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Taking the bank out of the branch

One can still go to the branch for the toffees on the teller counter. But to go there to check on the wire transfer expected from your brother in the US or to withdraw cash...no way. That is so last century.

By Rahul Soota | Print Edition: September 6, 2007

The Iyers have been banking since 1999. In a recent survey, the couple mentioned that they are regular users of all banking services but have not visited their bank branch, a walking distance from their home, in this millennium!

This reality is being played out across millions of Indian homes and the Iyers are not an exception. One can, of course, walk into a branch to enjoy the pleasant company of well-trained and extremely welcoming bankers or to pick up a few toffees from the teller counter or sit in the lounge-like atmosphere and catch up on your reading or just to find out why the lights are on in your bank branch at 9 pm on a Saturday.

But to go to your bank branch to check on the wire transfer expected from your brother in the US or to withdraw cash…no way. That is so last century.

Let us explore the Iyers’ “privileged” world of banking. They call up the bank’s 24-hour call centre and ask for doorstep delivery of their cash requirement once a month. Within hours of the request having been placed, a delivery executive arrives to collect a self-cheque and hands over the cash in desired denominations.Rahul Soota

The Iyers also have the option of visiting any ATM to replenish their cash requirements. Before you get a different notion of the Iyers’ financial position, let’s just say that they are financially well off but have found a way of cutting back on their need for cash.

A few years ago, they received a mailer offering them discounts at various shops and restaurants in their city. All they had to do was use their ATM-cum-debit card to pay for their purchases. Apart from discounts, they also earned reward points for usage. Their wallets are now lighter and they have the confidence of carrying their bank balance with them at all times.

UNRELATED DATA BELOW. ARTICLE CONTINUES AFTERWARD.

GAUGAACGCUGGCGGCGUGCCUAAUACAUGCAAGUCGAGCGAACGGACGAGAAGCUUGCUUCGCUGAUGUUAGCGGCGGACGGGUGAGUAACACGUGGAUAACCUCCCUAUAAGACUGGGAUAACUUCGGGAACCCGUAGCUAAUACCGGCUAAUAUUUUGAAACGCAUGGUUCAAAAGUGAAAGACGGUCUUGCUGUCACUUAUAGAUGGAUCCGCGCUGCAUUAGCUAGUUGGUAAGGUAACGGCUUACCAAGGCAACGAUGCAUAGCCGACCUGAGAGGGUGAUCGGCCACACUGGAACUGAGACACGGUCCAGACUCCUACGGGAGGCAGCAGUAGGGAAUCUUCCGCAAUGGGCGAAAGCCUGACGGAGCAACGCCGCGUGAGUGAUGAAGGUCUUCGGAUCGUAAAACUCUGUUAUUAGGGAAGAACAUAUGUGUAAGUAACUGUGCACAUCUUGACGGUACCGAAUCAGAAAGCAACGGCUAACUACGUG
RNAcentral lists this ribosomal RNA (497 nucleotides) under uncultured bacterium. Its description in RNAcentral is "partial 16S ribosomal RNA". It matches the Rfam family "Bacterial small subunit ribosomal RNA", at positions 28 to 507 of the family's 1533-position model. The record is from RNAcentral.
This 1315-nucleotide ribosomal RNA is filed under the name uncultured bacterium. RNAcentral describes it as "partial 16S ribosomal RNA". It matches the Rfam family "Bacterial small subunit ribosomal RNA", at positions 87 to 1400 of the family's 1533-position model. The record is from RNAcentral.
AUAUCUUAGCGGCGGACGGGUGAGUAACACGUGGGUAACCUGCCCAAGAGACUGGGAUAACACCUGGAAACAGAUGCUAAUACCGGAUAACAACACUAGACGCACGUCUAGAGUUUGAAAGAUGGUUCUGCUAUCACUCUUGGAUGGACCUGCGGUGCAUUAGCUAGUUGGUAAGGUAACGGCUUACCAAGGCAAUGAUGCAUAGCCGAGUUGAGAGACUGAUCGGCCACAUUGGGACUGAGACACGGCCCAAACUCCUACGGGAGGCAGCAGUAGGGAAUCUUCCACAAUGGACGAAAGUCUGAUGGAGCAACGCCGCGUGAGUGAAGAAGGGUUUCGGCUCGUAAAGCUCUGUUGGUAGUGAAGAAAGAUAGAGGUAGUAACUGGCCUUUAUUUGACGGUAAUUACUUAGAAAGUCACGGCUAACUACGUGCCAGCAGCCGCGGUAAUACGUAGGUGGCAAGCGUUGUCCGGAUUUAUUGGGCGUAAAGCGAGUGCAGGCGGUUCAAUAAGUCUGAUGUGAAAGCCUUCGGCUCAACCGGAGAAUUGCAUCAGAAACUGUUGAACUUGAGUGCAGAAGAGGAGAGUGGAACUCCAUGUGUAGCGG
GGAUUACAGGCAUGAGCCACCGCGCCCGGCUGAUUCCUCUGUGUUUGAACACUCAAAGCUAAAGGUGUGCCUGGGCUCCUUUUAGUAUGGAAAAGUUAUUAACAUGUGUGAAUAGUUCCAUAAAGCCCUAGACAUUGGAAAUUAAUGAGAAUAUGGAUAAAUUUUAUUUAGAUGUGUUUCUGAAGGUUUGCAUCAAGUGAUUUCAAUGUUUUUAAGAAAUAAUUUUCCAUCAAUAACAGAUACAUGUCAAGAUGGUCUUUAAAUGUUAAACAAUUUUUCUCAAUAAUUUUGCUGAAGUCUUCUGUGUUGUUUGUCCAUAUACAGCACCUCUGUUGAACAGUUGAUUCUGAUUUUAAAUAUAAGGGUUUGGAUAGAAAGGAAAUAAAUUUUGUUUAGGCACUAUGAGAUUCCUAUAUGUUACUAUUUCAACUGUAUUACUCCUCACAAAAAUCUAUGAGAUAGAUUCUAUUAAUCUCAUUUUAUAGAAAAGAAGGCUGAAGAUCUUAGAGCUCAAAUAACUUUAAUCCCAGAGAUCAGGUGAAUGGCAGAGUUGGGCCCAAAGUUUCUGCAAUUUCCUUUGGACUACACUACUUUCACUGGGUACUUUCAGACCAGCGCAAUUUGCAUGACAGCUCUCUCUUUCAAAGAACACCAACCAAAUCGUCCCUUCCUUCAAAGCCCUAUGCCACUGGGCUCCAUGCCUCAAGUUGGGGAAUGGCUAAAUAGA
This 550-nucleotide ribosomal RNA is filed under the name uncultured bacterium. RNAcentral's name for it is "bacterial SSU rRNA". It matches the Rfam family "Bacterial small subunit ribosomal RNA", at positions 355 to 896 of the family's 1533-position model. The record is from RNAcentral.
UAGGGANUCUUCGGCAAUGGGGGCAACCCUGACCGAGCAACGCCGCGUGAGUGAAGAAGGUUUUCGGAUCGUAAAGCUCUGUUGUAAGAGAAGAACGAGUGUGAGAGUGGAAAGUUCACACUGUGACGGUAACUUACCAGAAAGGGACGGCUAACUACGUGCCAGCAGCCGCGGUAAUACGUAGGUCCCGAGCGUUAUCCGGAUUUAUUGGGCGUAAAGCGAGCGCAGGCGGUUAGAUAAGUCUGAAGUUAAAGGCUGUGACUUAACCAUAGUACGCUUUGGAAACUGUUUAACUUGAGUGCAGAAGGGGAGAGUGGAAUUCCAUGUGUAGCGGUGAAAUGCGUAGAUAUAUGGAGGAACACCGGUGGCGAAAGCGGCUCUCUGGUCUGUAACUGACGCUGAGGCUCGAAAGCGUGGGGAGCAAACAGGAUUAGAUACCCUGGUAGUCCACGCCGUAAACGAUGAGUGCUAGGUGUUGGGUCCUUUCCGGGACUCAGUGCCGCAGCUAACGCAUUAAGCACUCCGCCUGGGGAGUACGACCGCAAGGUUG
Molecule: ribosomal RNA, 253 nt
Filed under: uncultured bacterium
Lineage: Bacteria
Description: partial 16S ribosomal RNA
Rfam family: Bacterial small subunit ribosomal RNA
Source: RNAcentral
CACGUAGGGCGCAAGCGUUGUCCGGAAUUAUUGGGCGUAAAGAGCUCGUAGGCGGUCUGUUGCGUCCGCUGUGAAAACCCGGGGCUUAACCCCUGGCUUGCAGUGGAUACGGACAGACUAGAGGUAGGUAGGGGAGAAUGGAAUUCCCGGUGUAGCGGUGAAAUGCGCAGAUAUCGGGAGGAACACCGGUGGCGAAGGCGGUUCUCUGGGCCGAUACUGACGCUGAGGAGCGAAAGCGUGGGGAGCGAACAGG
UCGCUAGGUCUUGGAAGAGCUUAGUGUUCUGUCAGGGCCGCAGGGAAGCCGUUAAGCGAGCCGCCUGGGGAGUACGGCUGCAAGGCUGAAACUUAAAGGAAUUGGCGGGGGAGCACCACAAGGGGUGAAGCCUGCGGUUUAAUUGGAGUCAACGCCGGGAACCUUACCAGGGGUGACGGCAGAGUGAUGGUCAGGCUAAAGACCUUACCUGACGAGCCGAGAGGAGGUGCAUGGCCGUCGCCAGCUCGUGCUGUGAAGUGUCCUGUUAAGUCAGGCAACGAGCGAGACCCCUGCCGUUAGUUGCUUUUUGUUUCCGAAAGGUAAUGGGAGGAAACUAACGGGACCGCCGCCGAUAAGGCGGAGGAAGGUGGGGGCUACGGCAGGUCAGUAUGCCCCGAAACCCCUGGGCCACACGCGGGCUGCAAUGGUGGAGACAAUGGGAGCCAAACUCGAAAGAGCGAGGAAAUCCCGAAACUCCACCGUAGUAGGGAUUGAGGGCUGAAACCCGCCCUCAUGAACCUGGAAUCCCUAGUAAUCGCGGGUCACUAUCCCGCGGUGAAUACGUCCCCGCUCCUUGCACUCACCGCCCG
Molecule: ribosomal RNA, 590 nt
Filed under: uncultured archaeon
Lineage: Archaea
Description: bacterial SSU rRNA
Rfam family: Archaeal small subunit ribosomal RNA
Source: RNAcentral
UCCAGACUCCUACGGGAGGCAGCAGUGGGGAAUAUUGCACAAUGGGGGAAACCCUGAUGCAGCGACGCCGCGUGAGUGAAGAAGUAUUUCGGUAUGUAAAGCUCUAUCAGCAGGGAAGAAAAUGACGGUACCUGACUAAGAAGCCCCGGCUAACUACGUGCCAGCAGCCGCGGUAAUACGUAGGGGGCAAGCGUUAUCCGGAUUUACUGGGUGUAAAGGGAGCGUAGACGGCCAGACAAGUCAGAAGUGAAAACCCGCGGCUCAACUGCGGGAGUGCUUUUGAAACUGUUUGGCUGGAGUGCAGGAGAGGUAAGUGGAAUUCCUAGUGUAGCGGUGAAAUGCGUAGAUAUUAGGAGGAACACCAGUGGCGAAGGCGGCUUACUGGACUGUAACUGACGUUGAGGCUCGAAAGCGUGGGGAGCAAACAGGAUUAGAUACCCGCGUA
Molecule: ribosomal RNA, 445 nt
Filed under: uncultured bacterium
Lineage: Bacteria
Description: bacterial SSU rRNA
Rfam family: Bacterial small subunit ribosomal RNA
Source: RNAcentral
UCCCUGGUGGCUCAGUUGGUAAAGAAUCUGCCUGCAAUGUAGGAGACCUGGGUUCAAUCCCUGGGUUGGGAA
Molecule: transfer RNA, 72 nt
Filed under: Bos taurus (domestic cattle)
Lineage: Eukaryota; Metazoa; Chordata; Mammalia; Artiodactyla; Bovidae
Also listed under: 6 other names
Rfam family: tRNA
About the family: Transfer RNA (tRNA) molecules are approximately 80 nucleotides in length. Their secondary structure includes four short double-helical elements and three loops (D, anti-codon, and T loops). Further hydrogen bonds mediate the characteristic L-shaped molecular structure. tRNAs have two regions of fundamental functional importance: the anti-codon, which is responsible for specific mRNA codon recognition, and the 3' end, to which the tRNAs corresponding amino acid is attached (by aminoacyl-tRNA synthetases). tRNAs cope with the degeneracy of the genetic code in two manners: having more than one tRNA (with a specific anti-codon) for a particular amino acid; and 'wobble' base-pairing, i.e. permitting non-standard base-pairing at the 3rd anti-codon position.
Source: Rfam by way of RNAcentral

One of the main reasons for people to walk into bank branches used to be to get their passbooks updated. With most banks now offering monthly statements, it not only saves people those unnecessary trips, but also provides an update on their entire relationship with the bank, including balances in their account, time deposits, loans outstanding, mutual funds, etc. The Iyers are also regular users of online banking.

So, other than withdrawing or depositing cash, they can do most transactions over the Net. Not only is this convenient, but absolutely safe, given the requirement for a Net banking password. So Mr Iyer can transfer money to his wife’s account, order a new cheque book, review all transactions in his account, set up an automatic monthly payment facility for his credit card, mobile, electricity and other bills, all the while watching Tendulkar score a century.

The Iyers, just like everyone around them, are slaves to their mobile phones. They have recently been introduced to the new exciting world of mobile banking. Yes, it’s true. The mobile phone will soon allow you to do everything other than steam your idlis. Mr Iyer now gets mobile updates every time there is a transaction in his account. He can check his bank balance by sending a short code SMS to his bank and gets a response within a few seconds.

Many years ago, the Iyers were invited to a seminar on wealth management by their bank. They discovered the importance of investing regularly and early in life, the power of compounding, the benefits of leveraging, the peace of mind offered by life and health insurance, and the need for a trained and trusted advisor.

The Iyers have since built themselves a sizable portfolio and have a relationship manager assigned to them who keeps them updated on their investments and advises them on all aspects of banking at their home or office. Needless to say that this service comes free of charge just like most of the other services the Iyers use regularly. If most of this comes as a surprise to you, it’s time to start banking the way the world does.

Rahul Soota, Head-Retail Banking, Global Consumer Group, Citi India

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